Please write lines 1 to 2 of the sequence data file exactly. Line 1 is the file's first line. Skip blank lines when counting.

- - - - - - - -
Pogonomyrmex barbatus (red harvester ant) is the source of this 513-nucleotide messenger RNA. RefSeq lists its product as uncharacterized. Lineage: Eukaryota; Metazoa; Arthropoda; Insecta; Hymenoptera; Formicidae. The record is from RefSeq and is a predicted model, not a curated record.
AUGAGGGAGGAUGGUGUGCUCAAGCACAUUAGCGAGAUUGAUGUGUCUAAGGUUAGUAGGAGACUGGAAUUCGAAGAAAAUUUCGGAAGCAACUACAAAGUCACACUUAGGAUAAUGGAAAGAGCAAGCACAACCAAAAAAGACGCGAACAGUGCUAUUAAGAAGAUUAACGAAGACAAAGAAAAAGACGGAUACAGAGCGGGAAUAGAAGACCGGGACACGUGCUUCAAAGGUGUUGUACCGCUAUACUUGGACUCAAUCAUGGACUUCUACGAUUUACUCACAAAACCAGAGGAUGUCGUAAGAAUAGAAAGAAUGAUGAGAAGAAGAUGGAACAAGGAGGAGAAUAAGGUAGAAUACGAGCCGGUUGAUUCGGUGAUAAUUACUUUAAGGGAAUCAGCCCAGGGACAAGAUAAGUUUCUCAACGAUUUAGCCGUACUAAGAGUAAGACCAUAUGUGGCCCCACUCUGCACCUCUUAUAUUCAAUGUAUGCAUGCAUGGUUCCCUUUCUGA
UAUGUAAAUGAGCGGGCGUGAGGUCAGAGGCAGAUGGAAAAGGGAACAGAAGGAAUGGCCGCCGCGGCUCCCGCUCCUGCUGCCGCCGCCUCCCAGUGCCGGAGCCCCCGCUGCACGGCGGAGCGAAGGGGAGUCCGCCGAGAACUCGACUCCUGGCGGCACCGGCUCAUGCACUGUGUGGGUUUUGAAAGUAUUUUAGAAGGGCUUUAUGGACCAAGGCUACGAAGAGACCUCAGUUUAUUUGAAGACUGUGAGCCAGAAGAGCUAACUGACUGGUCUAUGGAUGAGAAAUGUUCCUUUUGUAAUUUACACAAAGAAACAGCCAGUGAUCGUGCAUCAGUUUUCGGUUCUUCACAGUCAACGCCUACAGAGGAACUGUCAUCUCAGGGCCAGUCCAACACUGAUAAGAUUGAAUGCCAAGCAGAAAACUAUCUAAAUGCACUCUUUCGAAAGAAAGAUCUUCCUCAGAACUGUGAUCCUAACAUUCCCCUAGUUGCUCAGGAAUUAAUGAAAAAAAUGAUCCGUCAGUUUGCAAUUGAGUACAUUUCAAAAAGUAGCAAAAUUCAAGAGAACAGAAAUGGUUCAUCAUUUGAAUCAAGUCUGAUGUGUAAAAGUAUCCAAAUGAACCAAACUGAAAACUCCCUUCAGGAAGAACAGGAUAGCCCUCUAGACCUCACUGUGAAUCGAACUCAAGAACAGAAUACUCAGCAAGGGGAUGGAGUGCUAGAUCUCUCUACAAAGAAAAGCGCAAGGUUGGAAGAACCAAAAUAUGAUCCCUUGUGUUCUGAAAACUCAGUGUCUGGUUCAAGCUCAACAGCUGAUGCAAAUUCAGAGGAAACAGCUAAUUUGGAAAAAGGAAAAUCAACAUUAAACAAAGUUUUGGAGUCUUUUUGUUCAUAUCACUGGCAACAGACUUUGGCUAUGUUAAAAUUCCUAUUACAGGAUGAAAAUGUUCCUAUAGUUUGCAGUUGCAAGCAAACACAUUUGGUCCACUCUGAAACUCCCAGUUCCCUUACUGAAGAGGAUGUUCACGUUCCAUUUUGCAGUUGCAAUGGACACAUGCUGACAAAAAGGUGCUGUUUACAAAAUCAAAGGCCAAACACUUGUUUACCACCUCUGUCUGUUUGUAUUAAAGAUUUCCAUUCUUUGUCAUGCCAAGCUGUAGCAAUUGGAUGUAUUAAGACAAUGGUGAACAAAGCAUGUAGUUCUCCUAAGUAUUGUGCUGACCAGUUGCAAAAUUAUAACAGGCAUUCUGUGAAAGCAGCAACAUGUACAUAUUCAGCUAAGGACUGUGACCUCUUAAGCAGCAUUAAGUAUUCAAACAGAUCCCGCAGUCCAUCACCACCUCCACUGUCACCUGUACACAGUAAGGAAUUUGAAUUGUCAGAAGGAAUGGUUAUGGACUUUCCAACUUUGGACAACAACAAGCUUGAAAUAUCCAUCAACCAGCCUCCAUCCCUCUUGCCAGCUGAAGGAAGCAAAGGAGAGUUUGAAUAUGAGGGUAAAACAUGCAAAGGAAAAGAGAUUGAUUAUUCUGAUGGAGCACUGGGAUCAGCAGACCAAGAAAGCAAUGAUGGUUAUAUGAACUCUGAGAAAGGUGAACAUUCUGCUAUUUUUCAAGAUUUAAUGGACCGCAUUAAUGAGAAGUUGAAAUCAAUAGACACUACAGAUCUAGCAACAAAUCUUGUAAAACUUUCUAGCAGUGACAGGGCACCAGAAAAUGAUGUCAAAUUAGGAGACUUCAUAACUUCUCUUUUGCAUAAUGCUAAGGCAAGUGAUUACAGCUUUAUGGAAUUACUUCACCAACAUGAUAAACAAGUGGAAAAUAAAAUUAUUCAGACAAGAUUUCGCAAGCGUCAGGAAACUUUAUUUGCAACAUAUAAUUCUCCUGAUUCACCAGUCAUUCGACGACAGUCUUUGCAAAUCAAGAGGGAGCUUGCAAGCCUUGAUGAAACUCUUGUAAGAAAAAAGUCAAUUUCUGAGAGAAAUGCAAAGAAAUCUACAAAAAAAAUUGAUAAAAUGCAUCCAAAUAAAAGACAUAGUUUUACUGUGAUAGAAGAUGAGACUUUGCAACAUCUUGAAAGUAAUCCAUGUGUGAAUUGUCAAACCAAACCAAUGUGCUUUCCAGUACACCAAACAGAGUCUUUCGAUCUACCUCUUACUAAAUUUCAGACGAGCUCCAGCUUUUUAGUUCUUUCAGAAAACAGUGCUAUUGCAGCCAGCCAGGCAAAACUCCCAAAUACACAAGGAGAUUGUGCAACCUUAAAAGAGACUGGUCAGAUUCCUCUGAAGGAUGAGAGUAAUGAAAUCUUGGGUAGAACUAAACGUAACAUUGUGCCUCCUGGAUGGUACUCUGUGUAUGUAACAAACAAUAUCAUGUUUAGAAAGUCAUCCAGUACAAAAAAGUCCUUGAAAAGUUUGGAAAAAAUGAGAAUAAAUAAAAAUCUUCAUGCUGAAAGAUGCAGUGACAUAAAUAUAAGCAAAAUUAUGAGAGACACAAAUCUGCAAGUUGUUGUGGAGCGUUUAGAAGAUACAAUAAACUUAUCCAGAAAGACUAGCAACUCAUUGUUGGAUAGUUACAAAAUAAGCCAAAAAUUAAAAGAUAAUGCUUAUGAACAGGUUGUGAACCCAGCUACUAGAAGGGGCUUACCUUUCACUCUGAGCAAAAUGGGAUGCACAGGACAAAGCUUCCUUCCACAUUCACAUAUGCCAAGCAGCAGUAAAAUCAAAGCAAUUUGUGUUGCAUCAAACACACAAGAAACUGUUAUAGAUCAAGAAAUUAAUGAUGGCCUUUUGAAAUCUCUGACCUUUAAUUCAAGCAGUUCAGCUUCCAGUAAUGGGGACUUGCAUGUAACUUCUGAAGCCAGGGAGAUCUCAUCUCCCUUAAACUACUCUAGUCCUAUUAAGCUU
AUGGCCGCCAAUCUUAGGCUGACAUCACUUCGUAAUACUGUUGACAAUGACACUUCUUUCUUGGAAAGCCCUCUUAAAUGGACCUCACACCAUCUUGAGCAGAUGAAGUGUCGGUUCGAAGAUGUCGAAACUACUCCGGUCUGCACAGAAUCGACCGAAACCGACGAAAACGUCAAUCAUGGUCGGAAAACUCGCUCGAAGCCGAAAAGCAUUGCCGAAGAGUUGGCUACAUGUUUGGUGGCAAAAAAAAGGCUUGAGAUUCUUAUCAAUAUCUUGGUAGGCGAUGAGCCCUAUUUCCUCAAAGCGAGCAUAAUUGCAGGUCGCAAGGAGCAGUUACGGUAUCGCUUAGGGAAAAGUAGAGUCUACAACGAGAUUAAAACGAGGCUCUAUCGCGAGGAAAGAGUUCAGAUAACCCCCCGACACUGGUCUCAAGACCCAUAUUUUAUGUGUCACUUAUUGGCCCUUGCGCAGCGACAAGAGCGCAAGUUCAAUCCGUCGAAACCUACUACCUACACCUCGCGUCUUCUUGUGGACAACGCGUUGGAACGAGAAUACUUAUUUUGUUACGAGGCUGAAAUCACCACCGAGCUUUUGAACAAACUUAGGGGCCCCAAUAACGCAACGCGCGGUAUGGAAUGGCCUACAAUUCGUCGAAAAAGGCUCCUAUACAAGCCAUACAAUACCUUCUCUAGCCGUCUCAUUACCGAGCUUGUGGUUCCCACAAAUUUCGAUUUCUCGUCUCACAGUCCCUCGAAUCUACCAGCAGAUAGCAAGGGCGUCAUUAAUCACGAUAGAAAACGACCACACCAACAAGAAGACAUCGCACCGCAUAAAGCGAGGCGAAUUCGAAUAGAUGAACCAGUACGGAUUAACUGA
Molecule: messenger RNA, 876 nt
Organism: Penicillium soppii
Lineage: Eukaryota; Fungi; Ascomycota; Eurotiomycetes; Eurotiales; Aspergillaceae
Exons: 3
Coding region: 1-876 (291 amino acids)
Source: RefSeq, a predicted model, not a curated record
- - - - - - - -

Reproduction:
Pogonomyrmex barbatus (red harvester ant) is the source of this 513-nucleotide messenger RNA. RefSeq lists its product as uncharacterized. Lineage: Eukaryota; Metazoa; Arthropoda; Insecta; Hymenoptera; Formicidae. The record is from RefSeq and is a predicted model, not a curated record.
AUGAGGGAGGAUGGUGUGCUCAAGCACAUUAGCGAGAUUGAUGUGUCUAAGGUUAGUAGGAGACUGGAAUUCGAAGAAAAUUUCGGAAGCAACUACAAAGUCACACUUAGGAUAAUGGAAAGAGCAAGCACAACCAAAAAAGACGCGAACAGUGCUAUUAAGAAGAUUAACGAAGACAAAGAAAAAGACGGAUACAGAGCGGGAAUAGAAGACCGGGACACGUGCUUCAAAGGUGUUGUACCGCUAUACUUGGACUCAAUCAUGGACUUCUACGAUUUACUCACAAAACCAGAGGAUGUCGUAAGAAUAGAAAGAAUGAUGAGAAGAAGAUGGAACAAGGAGGAGAAUAAGGUAGAAUACGAGCCGGUUGAUUCGGUGAUAAUUACUUUAAGGGAAUCAGCCCAGGGACAAGAUAAGUUUCUCAACGAUUUAGCCGUACUAAGAGUAAGACCAUAUGUGGCCCCACUCUGCACCUCUUAUAUUCAAUGUAUGCAUGCAUGGUUCCCUUUCUGA